"5 stars all the way..."
Wow! I enjoyed this so much. As anyone who has researched the book at all will have gleaned (with a view to possibly reading it) it is long, and hugely detailed in places it doesn't really need to be. For me the side roads and avenues it explores throughout really added so much to the whole experience. If you want a book to stay on target and not beat around the bush - you possibly will not enjoy this.
William Dufris does a fantastic job of narration. He brings characters to life and absolutely captures intonation and tone brilliantly. I'm not sure I'd have enjoyed reading it myself - Dufris adds to the experience immensely. There is a lot of humour in it - and I laughed out loud many times.
Now that it's finished I am somewhat bereft. I enjoyed this substantially more than some other Stephenson work (e.g. Baroque Cycle - although I've only ventured as far as book 1).
Going into so much detail, suprised it ended so abruptly. Still, very interesting & enjoyable.
"Work of art"
This is a really great book. Sure some of it is a bit long and arty but it has covered all bases and I guess that was the one I didn't like. This book has its tough and gentle characters. Funny detailed complicated and depressing moments mixed in together. Well worth a listen if you have 42 hours to spare
"reading big words"
Neal Stephenson has done amazingly, no complaints there.
William Dufris, despite his many excellent talents, doesn't know how to pronounce a lot of words. This seems like a prerequisite for an audiobook. Words from any foreign language or even many words over 3 syllables just got butchered, like he had never said them out loud before.
Please publishing companies: give your performers a pronunciation guide for all the rare, foreign, made up, or difficult words!
"Ambles along too much"
I am a little confused by this book. It seemed to amble along and assume the reader knows what direction it is going to take. Nothing became clear or apparent until the last 3 hours of the book. The first 30 hours just seemed to be the character aimlessly flitting about the world. By the end it all seemed pointless and lost.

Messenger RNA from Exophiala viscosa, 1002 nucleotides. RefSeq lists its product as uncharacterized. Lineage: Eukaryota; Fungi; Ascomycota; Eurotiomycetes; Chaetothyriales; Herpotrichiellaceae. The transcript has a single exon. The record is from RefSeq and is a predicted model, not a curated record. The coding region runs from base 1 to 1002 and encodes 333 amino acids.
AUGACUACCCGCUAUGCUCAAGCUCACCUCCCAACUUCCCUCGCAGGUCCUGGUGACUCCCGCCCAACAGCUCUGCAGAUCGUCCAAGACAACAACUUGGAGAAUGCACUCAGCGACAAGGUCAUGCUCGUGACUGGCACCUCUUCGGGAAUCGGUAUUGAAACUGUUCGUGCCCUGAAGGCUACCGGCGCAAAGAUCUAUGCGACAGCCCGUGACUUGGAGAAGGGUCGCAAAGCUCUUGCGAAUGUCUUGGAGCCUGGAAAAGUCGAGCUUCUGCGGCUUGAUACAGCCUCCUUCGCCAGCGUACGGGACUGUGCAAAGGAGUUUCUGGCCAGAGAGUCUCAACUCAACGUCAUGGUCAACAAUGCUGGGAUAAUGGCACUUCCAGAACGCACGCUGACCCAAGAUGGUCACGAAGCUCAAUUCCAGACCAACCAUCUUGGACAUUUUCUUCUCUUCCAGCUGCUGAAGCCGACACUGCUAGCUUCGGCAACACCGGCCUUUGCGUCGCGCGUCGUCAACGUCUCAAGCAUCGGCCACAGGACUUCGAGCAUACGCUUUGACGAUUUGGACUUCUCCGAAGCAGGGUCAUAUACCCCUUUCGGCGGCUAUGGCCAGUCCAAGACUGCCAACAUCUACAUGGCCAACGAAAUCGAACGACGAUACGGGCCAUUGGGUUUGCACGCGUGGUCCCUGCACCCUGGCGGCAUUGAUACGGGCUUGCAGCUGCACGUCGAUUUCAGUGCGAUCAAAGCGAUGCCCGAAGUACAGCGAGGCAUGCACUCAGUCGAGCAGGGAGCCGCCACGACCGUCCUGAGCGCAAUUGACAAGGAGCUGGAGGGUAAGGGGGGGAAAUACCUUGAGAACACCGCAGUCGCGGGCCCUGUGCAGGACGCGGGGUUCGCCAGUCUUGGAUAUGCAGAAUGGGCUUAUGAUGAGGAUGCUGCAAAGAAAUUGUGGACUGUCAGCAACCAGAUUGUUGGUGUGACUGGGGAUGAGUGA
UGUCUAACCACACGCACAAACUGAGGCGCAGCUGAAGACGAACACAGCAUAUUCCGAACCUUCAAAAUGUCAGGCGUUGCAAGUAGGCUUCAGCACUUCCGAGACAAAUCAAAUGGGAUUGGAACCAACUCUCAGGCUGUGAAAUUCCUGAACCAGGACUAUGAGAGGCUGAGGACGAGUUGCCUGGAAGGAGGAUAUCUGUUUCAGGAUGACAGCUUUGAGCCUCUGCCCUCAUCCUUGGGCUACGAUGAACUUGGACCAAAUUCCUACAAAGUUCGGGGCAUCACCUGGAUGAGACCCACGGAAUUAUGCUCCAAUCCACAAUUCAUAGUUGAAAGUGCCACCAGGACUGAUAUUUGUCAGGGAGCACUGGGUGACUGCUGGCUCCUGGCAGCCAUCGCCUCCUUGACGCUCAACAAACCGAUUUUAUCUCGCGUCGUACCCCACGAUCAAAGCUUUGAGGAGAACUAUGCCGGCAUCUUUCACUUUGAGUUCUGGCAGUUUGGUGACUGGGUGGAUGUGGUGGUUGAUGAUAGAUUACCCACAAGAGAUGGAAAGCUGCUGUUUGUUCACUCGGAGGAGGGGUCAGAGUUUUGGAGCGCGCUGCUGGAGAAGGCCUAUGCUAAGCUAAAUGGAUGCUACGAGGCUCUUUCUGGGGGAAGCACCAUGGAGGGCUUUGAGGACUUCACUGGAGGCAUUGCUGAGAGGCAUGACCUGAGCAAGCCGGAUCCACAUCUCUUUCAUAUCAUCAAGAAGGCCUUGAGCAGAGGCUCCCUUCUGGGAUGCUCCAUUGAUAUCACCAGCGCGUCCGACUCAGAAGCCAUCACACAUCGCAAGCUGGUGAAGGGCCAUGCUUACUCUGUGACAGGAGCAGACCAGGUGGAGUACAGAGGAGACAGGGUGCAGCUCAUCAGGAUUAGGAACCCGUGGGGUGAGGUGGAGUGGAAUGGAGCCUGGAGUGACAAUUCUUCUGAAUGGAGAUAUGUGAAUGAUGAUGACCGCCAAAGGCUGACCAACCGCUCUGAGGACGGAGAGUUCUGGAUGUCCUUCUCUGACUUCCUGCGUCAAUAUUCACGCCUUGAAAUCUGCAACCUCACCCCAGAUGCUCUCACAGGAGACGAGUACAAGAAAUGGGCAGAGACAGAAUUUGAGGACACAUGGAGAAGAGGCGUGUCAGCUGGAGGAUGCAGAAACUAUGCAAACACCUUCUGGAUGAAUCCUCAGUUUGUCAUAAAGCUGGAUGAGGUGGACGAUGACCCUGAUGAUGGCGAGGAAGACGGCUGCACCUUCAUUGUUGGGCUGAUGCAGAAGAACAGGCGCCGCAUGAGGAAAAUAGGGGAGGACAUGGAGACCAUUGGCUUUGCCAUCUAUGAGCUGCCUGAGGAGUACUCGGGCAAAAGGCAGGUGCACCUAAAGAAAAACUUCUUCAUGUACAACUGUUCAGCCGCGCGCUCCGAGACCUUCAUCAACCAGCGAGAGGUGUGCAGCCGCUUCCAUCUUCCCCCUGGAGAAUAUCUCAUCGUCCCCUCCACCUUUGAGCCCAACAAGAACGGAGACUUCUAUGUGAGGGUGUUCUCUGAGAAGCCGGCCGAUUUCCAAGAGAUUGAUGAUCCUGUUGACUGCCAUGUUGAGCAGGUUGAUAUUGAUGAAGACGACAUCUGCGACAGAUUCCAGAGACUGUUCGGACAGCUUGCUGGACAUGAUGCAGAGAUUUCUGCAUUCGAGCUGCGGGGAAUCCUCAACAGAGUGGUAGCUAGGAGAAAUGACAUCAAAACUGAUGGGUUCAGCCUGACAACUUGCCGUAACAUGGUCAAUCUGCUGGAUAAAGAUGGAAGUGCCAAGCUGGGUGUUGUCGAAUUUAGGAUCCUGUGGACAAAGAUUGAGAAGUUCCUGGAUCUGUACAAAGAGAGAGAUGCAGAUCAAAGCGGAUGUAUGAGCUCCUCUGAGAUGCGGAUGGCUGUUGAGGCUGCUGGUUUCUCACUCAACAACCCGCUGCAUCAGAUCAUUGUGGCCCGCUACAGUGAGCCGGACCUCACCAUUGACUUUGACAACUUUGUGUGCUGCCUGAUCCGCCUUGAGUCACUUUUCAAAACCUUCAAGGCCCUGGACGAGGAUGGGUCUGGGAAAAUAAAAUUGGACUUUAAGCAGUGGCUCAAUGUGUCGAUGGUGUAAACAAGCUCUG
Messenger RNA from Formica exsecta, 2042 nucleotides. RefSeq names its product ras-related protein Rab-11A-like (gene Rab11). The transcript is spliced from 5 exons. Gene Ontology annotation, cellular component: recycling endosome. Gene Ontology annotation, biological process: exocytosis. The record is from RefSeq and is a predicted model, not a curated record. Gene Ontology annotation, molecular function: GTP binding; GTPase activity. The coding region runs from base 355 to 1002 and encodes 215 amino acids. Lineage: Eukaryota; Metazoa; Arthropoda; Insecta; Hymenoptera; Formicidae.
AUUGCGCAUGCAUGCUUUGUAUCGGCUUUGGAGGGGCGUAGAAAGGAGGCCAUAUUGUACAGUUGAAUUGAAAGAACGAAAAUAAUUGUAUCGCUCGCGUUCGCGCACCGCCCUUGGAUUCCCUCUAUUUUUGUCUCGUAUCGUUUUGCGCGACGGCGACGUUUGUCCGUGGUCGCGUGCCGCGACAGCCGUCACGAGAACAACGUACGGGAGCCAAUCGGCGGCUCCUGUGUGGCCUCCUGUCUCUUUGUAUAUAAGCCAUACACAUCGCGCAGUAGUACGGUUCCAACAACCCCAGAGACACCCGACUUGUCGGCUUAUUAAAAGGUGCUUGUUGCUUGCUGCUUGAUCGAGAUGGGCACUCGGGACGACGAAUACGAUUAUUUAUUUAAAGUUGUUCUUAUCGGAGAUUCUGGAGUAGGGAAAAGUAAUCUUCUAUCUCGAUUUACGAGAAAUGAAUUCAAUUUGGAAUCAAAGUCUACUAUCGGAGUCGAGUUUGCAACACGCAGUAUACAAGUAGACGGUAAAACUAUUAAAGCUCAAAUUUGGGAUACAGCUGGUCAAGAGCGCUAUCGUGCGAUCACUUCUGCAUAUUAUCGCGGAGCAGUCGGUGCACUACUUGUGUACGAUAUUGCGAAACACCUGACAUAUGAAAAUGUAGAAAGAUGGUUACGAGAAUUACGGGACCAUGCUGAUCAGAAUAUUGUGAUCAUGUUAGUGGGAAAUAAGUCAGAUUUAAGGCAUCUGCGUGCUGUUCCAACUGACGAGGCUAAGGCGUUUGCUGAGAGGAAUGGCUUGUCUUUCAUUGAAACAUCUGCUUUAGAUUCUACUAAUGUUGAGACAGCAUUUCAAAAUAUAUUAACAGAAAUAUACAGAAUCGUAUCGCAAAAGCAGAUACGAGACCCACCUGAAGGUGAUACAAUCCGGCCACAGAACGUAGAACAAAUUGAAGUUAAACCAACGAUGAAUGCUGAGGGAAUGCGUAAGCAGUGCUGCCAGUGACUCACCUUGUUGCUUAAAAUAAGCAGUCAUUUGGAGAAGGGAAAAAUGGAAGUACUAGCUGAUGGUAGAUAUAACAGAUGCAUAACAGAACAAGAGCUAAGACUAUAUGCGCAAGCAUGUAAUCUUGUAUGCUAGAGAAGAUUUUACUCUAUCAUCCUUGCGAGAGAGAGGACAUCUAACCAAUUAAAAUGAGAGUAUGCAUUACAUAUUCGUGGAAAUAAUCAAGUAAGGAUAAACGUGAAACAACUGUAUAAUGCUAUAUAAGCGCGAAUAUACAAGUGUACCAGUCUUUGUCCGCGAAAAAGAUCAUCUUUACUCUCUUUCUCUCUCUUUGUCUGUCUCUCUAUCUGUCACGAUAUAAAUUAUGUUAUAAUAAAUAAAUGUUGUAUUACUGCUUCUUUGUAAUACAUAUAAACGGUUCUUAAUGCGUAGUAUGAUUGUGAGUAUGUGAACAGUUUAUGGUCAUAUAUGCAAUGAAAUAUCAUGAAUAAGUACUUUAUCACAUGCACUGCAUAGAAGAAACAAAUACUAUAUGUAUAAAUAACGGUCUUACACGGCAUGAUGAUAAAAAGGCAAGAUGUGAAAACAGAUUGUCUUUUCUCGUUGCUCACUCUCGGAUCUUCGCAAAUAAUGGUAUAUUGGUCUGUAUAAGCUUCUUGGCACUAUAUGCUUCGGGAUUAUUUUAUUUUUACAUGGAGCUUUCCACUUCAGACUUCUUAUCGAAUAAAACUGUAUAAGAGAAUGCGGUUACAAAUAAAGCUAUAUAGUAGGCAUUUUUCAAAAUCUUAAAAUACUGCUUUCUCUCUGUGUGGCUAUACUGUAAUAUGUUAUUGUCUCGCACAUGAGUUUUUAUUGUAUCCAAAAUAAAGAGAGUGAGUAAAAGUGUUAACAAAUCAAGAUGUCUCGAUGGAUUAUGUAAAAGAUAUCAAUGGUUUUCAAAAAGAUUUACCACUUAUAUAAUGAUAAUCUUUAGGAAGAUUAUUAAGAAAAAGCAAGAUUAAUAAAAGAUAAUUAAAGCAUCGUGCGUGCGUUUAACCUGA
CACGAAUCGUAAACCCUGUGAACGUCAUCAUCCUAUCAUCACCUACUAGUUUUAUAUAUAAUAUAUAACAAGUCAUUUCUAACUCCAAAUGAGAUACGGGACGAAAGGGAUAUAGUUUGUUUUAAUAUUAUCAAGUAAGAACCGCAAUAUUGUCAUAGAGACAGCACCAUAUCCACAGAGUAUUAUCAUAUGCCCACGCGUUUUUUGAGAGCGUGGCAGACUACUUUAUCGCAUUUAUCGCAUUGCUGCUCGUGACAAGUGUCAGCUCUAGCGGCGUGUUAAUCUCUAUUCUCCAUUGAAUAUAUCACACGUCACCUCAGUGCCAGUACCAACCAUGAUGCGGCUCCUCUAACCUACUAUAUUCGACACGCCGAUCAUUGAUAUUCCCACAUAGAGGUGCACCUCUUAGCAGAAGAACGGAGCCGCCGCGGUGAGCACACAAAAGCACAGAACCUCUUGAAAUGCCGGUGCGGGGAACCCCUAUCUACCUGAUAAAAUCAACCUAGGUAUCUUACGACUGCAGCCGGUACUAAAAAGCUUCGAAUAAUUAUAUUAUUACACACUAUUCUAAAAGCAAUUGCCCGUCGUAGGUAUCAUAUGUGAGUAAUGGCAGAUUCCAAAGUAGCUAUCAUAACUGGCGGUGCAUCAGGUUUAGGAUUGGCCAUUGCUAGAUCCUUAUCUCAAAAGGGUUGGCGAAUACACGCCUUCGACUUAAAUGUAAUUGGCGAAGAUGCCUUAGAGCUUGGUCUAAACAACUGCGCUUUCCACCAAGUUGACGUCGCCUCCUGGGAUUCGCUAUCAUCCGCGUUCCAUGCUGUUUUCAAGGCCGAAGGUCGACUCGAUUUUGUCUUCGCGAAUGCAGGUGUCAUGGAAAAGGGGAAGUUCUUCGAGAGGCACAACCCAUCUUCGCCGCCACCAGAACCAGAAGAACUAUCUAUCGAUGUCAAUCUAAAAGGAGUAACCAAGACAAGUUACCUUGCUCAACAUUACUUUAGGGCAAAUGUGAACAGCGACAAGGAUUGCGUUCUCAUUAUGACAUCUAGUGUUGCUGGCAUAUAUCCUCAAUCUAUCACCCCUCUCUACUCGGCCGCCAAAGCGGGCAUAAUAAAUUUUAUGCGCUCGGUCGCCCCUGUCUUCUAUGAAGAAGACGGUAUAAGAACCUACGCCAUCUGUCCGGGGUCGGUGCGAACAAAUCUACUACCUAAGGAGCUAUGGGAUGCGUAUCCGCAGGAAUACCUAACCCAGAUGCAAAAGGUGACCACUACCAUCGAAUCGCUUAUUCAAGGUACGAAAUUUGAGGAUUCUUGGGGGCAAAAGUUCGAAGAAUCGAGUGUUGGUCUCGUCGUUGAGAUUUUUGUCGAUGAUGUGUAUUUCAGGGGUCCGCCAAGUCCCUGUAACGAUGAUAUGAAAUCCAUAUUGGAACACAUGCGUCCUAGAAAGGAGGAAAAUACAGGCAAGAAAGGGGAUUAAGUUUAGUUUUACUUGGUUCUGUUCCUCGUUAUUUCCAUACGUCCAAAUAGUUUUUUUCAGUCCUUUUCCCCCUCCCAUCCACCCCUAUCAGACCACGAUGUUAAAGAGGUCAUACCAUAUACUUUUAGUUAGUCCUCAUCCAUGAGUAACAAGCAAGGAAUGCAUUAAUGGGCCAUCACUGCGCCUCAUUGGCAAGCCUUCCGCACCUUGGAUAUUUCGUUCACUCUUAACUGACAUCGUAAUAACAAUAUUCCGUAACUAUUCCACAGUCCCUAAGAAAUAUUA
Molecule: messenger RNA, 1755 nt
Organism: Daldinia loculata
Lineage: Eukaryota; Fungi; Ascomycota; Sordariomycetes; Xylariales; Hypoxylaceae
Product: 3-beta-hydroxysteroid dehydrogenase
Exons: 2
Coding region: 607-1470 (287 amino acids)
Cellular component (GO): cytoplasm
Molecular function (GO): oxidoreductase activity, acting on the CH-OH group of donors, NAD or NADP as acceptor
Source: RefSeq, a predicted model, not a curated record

There was something about the way the book was written which didn't feel right, the best way I can describe it is that it felt like the book was written by The Comic Book Store Owner from The Simpsons. There always seemed to be that element of geeky sarcasm. The way in which it was narrated was the same.
A marathon listen....this is a Very long tale.from the start it grabbed me and never let go,great characters woven between WW2 and the near present day.as others have said it tends to ramble at times,but in my opinion this adds to its appeal.Some parts are very math based but don't let that put you off,I'm a numerical dunce and still loved it.The narration is superb,witty,dry and brilliantly done.if you're looking for something out of the ordinary that will entertain you for all its nearly 43 hour length give this a go...you won't regret it.
Odd story. Seems disparate to begin with but folds together perfectly at the end. Ending was a little rushed but otherwise perfect.
"nerdy and dull"
I am a nerd - I like IT and I like Crypto but I am so bored with this book. It just rambles on and on and on. I stop listening to it for a couple of weeks then try again and it seems to be just the same on and on.
"very very good"
Terrific! Reminds me of the world according to garp in the rambling story that focuses on the personal interaction and the small stuff whilst the big stuff is going on the background. I'm late to this author but will be catching up quickly.
"Tied my mind in knots trying to keep track"
I am not a stranger to Neal Stephenson and enjoy the off-the-wall way he looks at technology. His ability to turn events that appear normal into Sci-fi or mystery is uncanny. But this book ... whew ... I could not keep up with the characters and the story line. I realised early on that we were switching between the 1940's and 1990's, but this realisation did not clarify any of the events for me. I enjoyed his explanations of technology. I like the twists he puts into his explanations. But in between these explanations, I could not work out "who was who".
I also found that his male protagonists are quite mysogonistic. As the events unfolded, I found myself questioning why the women introduced into the story were one-dimensional, predictable, and seemingly only there for sex. It became more and more irritating, until after about 35 hours of listening, I abandoned the book.
I hate abandoning books, particularly Neal Stephenson, because I know somewhere in the last 7 hours 53 minutes there would have been a mind-numbing, incredibly unusual take on technology or science. I can't tell you what it is, because his sexist approach to women, and the confusing story, made we want to take a rest. Which I did.